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Metallica

Metallica

Fact Sheet

Musical genre:Metal  
Country  USA
Years active1982-
Metallica is an American heavy metal band active from the 1980s to the 2000s. After building a loyal following through its development of thrash metal in the 1980s, the band successfully broadened its audience in the early 1990s. Accordingly, it stood as the most commercially visible example of the metal genre for most of that decade. However, Metallica's vastly increased commercial success was accompanied by stylistic changes that fostered accusations of "selling out" by some long-time fans. In 2003 Metallica released St. Anger, a collection of the most aggressive music they'd written in a decade, to deeply divided critical reviews and comparatively mediocre sales figures.

Formation and early work

Metallica was formed in Los Angeles, California in 1981 by drummer and former tennis protegé Lars Ulrich, and guitarist and vocalist James Hetfield, who met after each had separately placed classified advertisements in the American publication The Recycler. Bassist Ron McGovney was also an original member, and the band used a few transient guitar players, such as Brad Parker and Jef Warner, in the course of settling on a four-person lineup. Metallica got its name when drummer Lars Ulrich was helping San Francisco-area metal promoter Ron Quintana pick out a name for a new magazine to promote metal and the NWOBHM (New Wave Of British Heavy Metal) bands. Quintana came up with a suggestion "Metallica," but Lars quickly suggested another and decided to use that name for the band he and James Hetfield had just started.

In early 1982, Metallica -- now with Dave Mustaine on lead guitar -- recorded "Hit the Lights" for the first Metal Massacre compilation. Guitarist Lloyd Grant was brought in to do the lead guitar solos on the track but was never a full member of the band. A few months later the band recorded a full demo, No Life Till Leather, which quickly drew attention on the underground tape trading circuit. By this point bassist Cliff Burton had also joined Metallica, lured from his band Trauma in exchange for the other members of Metallica relocating to the San Francisco area. Burton remained a member until his untimely death in 1986 when a bus coach accident left Metallica with only 3 members.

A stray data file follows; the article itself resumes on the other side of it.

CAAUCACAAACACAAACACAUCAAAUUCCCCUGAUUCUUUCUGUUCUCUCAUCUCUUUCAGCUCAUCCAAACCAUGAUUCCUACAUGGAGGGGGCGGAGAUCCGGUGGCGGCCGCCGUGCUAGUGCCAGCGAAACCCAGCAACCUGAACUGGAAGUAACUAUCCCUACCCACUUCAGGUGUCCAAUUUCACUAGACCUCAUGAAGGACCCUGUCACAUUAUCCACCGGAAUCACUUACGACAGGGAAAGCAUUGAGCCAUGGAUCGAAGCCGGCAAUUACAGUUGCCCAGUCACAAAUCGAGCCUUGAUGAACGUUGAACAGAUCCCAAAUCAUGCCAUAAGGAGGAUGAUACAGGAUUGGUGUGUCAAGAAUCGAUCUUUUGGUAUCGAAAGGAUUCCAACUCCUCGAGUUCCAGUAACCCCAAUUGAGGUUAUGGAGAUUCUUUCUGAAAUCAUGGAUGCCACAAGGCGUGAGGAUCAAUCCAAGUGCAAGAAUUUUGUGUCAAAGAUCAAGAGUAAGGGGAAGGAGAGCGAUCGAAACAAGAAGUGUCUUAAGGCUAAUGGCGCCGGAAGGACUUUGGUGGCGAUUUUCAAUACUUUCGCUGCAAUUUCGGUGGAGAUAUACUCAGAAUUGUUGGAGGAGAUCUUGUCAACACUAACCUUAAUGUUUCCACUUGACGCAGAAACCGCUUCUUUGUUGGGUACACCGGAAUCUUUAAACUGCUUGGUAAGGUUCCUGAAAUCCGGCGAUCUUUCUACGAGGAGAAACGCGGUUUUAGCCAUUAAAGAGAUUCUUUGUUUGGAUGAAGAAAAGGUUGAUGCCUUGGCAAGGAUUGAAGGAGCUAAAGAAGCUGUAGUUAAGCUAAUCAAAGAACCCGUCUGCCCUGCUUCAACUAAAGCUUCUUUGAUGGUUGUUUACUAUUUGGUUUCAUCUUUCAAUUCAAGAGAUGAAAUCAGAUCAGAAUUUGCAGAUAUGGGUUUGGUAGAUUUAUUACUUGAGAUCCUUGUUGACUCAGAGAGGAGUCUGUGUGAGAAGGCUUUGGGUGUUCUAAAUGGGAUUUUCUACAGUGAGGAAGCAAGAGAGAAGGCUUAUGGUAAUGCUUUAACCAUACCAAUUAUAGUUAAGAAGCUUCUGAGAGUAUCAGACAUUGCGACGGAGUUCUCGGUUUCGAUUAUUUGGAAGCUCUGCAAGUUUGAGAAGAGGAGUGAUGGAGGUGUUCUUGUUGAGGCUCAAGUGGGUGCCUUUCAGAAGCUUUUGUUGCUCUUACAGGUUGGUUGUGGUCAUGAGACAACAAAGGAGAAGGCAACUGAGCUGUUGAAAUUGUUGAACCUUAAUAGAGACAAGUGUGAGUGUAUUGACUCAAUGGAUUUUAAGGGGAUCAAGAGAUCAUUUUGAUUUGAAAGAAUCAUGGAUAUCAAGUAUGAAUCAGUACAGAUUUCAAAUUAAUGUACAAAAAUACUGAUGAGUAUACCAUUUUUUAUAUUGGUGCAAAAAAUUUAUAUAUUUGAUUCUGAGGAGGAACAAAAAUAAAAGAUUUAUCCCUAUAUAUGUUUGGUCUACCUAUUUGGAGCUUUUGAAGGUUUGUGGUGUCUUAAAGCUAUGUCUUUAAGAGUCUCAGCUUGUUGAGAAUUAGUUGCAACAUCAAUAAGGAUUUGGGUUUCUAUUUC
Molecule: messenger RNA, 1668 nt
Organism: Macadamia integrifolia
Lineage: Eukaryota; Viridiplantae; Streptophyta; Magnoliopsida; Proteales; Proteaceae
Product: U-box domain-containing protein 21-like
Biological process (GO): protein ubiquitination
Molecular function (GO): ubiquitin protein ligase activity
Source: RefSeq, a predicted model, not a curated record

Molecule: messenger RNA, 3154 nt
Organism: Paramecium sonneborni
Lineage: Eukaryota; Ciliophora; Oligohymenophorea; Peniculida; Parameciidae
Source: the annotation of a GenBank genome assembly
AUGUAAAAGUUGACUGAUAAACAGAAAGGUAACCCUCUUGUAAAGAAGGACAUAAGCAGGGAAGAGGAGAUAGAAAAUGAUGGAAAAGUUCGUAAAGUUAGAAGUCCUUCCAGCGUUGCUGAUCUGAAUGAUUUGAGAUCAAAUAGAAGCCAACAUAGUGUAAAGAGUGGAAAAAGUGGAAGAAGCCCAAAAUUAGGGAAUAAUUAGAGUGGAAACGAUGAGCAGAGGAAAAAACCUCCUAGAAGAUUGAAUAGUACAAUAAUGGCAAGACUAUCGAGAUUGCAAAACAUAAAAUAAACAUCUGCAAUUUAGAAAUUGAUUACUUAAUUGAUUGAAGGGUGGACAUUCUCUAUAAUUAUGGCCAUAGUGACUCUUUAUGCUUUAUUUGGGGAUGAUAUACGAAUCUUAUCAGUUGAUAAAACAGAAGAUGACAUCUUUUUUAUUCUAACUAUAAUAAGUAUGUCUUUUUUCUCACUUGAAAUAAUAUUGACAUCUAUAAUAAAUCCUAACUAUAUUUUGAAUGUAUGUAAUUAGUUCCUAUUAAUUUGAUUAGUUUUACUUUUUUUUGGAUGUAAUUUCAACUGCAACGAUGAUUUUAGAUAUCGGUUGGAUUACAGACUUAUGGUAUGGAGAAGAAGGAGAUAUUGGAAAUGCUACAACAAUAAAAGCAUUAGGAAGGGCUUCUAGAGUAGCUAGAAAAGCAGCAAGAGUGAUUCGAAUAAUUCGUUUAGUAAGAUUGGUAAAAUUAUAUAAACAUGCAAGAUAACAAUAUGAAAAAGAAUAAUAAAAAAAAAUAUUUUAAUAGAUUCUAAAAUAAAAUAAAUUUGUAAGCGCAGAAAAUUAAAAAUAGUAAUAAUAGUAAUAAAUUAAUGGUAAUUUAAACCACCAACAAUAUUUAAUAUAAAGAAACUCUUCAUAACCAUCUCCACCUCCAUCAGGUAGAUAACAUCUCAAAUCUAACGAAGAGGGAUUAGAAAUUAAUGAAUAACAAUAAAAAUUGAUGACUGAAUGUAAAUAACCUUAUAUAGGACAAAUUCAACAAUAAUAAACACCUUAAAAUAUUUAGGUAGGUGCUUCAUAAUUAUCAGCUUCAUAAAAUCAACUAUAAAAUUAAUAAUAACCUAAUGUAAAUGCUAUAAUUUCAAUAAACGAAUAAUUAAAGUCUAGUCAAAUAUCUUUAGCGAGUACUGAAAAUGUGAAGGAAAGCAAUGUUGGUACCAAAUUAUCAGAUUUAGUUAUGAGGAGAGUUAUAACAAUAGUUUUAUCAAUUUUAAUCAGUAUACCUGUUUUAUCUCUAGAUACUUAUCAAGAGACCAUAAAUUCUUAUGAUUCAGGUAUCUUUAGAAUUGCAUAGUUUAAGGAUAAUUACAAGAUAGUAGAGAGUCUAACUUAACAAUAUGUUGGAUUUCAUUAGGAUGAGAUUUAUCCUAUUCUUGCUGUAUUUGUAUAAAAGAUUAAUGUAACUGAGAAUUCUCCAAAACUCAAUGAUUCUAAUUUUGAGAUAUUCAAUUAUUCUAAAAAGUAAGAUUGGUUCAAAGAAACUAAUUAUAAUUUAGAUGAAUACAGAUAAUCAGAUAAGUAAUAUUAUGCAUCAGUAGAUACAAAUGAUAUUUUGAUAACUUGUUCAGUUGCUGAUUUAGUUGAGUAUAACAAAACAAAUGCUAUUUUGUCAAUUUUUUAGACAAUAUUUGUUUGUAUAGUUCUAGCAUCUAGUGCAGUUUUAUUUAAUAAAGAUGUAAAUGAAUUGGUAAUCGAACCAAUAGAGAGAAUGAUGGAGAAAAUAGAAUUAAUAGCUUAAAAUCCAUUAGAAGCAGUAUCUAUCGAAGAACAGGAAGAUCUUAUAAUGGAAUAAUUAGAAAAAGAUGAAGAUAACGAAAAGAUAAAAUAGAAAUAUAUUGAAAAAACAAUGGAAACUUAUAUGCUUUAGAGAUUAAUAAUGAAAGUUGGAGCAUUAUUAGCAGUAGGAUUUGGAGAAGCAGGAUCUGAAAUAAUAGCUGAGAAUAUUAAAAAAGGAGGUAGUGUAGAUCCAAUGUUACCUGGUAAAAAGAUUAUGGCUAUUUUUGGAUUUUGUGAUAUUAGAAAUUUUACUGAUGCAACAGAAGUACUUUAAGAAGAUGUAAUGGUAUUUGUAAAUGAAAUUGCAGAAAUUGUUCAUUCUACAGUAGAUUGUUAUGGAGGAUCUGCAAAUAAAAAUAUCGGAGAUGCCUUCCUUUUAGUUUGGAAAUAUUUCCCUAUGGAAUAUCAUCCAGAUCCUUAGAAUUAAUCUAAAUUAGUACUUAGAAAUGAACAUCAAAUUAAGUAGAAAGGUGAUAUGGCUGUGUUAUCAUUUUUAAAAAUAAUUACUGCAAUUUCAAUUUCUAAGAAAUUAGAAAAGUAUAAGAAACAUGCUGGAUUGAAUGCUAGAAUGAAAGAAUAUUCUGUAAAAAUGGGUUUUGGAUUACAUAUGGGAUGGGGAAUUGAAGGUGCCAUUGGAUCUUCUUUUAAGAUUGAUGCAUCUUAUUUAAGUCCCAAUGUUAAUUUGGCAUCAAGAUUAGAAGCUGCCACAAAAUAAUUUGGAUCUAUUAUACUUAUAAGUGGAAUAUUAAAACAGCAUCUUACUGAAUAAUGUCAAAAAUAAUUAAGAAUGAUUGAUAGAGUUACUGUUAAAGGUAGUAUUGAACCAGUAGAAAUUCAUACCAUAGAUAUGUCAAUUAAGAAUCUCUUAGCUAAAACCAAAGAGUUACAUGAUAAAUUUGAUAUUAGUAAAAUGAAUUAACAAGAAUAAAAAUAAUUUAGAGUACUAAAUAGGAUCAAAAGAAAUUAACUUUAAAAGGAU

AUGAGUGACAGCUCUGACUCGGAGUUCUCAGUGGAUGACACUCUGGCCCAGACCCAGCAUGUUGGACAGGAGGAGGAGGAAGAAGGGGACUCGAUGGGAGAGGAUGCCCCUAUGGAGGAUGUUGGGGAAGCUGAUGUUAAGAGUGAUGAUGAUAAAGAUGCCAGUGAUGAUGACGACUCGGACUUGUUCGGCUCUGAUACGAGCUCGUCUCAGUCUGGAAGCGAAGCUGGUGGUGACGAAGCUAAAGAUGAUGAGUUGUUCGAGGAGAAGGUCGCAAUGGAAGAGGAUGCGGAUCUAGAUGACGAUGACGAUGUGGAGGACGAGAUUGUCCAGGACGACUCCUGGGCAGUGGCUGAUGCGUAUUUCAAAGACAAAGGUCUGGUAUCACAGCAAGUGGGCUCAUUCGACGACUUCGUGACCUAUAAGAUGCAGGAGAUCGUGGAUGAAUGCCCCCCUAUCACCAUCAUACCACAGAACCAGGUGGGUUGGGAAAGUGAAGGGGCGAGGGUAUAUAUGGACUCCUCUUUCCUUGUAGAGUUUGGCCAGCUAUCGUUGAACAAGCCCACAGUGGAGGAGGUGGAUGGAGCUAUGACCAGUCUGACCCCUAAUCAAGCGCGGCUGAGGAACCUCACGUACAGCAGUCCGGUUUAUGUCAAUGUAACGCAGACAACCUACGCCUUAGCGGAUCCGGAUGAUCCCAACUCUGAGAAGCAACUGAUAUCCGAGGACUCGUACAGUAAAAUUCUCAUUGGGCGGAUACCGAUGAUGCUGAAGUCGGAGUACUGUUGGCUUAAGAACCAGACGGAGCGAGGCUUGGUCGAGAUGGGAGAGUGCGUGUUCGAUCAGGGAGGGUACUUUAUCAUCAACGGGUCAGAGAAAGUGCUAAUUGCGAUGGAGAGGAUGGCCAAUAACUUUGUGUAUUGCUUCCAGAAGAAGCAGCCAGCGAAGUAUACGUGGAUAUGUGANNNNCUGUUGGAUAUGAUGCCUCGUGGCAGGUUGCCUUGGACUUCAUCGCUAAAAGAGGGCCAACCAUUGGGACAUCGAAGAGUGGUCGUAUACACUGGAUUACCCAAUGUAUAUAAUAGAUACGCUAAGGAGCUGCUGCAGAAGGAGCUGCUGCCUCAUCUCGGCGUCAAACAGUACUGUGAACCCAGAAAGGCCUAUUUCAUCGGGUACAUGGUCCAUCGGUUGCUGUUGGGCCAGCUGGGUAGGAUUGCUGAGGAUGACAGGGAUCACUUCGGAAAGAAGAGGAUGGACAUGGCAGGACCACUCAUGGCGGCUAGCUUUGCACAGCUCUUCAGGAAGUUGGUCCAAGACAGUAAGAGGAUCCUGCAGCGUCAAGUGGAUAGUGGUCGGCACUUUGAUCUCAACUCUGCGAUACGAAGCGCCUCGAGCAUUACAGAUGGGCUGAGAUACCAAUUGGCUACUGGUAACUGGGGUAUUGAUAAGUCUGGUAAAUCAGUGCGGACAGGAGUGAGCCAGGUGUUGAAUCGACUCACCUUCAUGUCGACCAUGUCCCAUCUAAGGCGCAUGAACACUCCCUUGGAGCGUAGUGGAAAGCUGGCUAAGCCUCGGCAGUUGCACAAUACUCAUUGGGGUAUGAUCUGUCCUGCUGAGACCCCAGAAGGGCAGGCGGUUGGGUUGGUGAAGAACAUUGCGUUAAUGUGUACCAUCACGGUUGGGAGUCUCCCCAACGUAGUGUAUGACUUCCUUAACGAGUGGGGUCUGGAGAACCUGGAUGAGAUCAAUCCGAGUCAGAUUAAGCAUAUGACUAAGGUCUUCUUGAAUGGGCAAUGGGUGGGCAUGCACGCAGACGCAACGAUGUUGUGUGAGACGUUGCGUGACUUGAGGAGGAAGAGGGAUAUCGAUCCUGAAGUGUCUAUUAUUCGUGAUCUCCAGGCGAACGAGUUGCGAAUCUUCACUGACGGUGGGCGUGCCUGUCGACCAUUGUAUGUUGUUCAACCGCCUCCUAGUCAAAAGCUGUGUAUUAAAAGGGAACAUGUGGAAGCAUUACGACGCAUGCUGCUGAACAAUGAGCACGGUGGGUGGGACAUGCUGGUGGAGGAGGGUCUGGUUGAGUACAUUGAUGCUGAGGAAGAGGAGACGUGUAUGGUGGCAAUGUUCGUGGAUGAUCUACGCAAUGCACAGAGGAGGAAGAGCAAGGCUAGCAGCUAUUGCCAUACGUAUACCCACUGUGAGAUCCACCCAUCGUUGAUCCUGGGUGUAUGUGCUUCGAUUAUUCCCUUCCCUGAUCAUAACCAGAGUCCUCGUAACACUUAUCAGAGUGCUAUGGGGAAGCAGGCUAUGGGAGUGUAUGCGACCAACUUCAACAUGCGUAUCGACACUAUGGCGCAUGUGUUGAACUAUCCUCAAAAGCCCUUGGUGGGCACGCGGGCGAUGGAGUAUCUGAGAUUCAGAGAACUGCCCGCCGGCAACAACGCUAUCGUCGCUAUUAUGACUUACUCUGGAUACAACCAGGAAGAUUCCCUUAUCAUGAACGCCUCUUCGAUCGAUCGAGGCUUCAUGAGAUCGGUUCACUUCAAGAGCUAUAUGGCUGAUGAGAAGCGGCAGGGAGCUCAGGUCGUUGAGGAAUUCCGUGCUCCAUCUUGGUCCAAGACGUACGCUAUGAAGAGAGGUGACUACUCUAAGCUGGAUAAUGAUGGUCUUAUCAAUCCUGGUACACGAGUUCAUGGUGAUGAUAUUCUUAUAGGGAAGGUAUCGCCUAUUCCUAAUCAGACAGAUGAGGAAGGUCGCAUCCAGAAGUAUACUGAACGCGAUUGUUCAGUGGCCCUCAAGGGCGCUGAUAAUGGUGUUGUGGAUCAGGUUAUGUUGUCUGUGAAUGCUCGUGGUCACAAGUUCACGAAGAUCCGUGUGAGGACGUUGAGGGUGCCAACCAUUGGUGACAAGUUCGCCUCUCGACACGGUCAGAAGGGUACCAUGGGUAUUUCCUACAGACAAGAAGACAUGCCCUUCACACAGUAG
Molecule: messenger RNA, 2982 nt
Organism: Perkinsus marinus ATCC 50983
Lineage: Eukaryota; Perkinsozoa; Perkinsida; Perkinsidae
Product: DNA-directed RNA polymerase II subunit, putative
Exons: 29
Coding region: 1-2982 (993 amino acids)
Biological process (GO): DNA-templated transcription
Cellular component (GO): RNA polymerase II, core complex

Upon arriving in San Francisco, the group quickly built a healthy local following via word-of-mouth and live performance bootlegs which, somewhat ironically in light of later events, were encouraged by the band. Metallica then travelled to New York in 1983 at the urging of local promoters Jon and Marsha Zazula, and the band signed with the Zazulas' brand new label, Megaforce Records. Megaforce released Metallica's first two albums. Shortly after arriving in New York, Mustaine was asked to leave and Kirk Hammett was drafted out of Exodus to join Metallica just before the band recorded its first album in the spring of 1983. That album, Kill 'Em All, set the template that they would follow throughout the 1980s, strongly featuring the heavy vocals and rhythm guitar of James Hetfield. A year later, the next album, Ride the Lightning, expanded and improved their form with longer songs featuring both instrumental pyrotechnics and lyrics which rose above some of the more puerile songs on Kill 'Em All. Perhaps the most significant feature of Ride the Lightning was the inclusion of "Fade to Black," a slower, more interior song that mused on the thoughts of someone contemplating suicide. Indeed "Fade to Black" is the first such song in a tradition of these kinds of songs that would come to include "Welcome Home (Sanitarium)" and the band's first single to receive a video, "One." The inclusion of these songs distinguished Metallica from other speed metal bands such as Anthrax, Slayer, and Megadeth.